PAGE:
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BoE chief to Darling: it’s time to make cuts

January 20, 2010 | "The Times"

Mervyn King said that the patience of Britons was likely to be 'sorely tried' over the coming years

The Governor of the Bank of England piled pressure on the Chancellor to specify sharp spending cuts in his March Budget or risk a damaging backlash from the markets.

Mervyn King said that the patience of Britons was likely to be “sorely tried” over the coming years, with pay stagnating and inflation threatening to rise above 3 per cent. Britain’s economic health hinges on Alistair Darling being open about how he intends to slash the £178 billion deficit, he said.

A leading credit agency warned yesterday that the Treasury’s plan to halve the deficit within four years was too slow.

Lord Mandelson, the Business Secretary, also underlined the high stakes involved in the pre-election Budget. He warned that Britain, along with the rest of Europe, faced a phase of “rapid relative economic decline” if governments failed to cut spending.

The warnings came as it emerged that the annual inflation rate rose from 1.9 per cent in November to 2.9 per cent in December — the biggest monthly rise on record and well ahead of the Bank’s target of 2 per cent. Analysts said that much of the change was due to base effects from events in December 2008, such as the cut in VAT from 17.5 per cent to 15 per cent.

Mr King said that the Bank believed that the surge was temporary and that inflation would slow in the coming months, but the news prompted a rise in gilt yields, pushing up the interest the Government pays on its debts.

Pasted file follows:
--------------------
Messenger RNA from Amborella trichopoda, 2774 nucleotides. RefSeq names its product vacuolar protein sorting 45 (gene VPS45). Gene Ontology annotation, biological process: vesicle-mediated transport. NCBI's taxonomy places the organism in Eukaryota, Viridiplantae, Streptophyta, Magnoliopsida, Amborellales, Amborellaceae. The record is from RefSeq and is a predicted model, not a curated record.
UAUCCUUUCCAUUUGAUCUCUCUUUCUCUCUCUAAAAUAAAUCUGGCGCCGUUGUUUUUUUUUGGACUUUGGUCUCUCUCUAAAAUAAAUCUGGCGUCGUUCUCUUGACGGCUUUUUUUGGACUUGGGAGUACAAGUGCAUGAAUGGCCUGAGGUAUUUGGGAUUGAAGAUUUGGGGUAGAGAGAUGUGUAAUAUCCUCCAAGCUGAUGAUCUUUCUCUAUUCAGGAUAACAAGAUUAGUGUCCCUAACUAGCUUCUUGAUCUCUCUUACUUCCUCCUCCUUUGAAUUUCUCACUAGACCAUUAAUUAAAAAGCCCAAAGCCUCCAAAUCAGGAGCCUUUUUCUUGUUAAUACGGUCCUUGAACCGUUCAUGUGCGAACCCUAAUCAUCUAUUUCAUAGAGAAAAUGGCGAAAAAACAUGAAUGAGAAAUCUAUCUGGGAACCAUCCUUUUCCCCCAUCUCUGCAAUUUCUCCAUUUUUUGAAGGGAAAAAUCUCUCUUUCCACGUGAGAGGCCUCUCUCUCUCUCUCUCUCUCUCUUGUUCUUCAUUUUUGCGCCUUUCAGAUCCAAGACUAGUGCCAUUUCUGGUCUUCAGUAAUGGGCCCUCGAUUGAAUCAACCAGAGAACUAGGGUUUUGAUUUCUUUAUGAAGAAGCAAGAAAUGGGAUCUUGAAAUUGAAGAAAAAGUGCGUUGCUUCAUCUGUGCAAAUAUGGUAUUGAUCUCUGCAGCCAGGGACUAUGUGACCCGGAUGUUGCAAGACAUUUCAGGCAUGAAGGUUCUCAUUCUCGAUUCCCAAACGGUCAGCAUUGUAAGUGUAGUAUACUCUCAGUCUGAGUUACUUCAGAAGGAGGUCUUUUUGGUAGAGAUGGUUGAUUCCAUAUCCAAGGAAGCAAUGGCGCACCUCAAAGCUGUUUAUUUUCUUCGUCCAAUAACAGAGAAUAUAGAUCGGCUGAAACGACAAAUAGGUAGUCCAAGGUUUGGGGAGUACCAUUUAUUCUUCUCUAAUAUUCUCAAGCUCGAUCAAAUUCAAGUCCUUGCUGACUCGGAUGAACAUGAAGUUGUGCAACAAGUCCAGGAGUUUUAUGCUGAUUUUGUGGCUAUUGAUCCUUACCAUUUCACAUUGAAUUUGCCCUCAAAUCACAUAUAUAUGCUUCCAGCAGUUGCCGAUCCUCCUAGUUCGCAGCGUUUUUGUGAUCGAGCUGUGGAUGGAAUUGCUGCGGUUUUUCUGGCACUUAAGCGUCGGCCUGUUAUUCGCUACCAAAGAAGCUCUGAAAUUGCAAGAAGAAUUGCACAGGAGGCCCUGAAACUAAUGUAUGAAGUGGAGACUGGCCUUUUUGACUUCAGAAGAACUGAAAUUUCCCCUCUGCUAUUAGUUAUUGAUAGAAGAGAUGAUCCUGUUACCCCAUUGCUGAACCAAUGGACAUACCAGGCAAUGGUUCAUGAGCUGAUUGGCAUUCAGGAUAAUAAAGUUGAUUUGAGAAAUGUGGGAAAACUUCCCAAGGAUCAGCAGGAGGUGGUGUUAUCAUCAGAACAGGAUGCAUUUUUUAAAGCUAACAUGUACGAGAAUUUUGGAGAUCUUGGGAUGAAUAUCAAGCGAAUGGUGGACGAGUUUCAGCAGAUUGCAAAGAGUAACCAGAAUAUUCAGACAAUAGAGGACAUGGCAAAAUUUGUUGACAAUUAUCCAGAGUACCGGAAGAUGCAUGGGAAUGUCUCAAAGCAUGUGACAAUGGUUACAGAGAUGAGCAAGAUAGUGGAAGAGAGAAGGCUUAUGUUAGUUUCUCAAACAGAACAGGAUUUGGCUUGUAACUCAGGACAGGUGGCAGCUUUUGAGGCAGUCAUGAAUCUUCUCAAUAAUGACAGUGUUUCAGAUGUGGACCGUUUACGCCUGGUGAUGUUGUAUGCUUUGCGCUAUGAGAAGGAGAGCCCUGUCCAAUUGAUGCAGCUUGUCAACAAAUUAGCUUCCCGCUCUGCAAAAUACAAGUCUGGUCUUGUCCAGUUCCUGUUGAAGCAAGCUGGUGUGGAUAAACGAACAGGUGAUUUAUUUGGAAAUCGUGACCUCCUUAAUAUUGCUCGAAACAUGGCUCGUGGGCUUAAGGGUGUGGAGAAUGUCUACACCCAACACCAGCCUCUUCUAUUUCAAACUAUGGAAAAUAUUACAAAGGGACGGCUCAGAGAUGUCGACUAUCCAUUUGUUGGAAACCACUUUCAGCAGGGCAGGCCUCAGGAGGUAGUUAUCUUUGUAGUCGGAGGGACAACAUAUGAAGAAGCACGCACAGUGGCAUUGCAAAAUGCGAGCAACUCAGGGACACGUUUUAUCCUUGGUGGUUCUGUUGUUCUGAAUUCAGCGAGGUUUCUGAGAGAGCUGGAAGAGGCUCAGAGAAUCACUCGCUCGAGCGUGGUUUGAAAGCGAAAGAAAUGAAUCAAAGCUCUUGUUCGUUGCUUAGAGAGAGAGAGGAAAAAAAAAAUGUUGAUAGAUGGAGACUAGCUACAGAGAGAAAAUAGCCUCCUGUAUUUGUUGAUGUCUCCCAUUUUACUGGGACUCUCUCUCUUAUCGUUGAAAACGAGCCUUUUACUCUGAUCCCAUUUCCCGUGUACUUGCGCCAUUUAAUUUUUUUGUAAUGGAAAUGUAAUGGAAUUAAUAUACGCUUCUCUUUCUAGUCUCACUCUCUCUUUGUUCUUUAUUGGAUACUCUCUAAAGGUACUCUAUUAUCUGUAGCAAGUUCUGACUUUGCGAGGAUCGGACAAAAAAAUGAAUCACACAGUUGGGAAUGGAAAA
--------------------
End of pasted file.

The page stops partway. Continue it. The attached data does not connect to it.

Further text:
Mr Darling told The Times that, if re-elected, Labour would be announcing the toughest cuts for 20 years before the end of this year. He said that uncertainty in the global economy meant that it was difficult to set detailed budgets now but that “we will have to fix departmental budgets beyond 2010-11 by the end of the year”.

His words mean that a spending review would have to take place almost immediately after the election.

Ministers are to be told this week to propose ideas for cuts, likely to amount to 17 per cent in areas outside health, education, police and overseas aid. He has won a Cabinet battle to be more open about the cuts that will be needed after the election, which has pleased Mr King and Lord Mandelson.

The Chancellor is looking forward to figures next week that are expected to confirm that Britain has emerged from recession. However, statistics today will point to a jobless total that has risen closer to 2.5 million, while official figures tomorrow will show that public borrowing hit £18 billion in December — £5 billion more than that borrowed in December 2008.

Fresh questions over Britain’s creditworthiness were raised by Fitch, one of the three agencies that assess the Government’s creditworthiness.

Brian Coulton, UK analyst at Fitch, said: “We think the current plan to halve the deficit by 2014 is too slow. The Government will still have a deficit of 9 per cent of GDP in 2011, when the economy is recovering. This is too big. Post-election we will be looking for a stronger and more credible medium-term plan to reduce the UK’s budget deficit.”

Fitch has warned that if the Government does not pursue a more aggressive programme of cuts after the election then the the UK’s triple-A credit status would be threatened.

Standard & Poor’s, another credit ratings agency, has already amended the outlook for Britain’s credit rating from “stable” to “negative”.

Philip Webster, Suzy Jagger and Gráinne Gilmore

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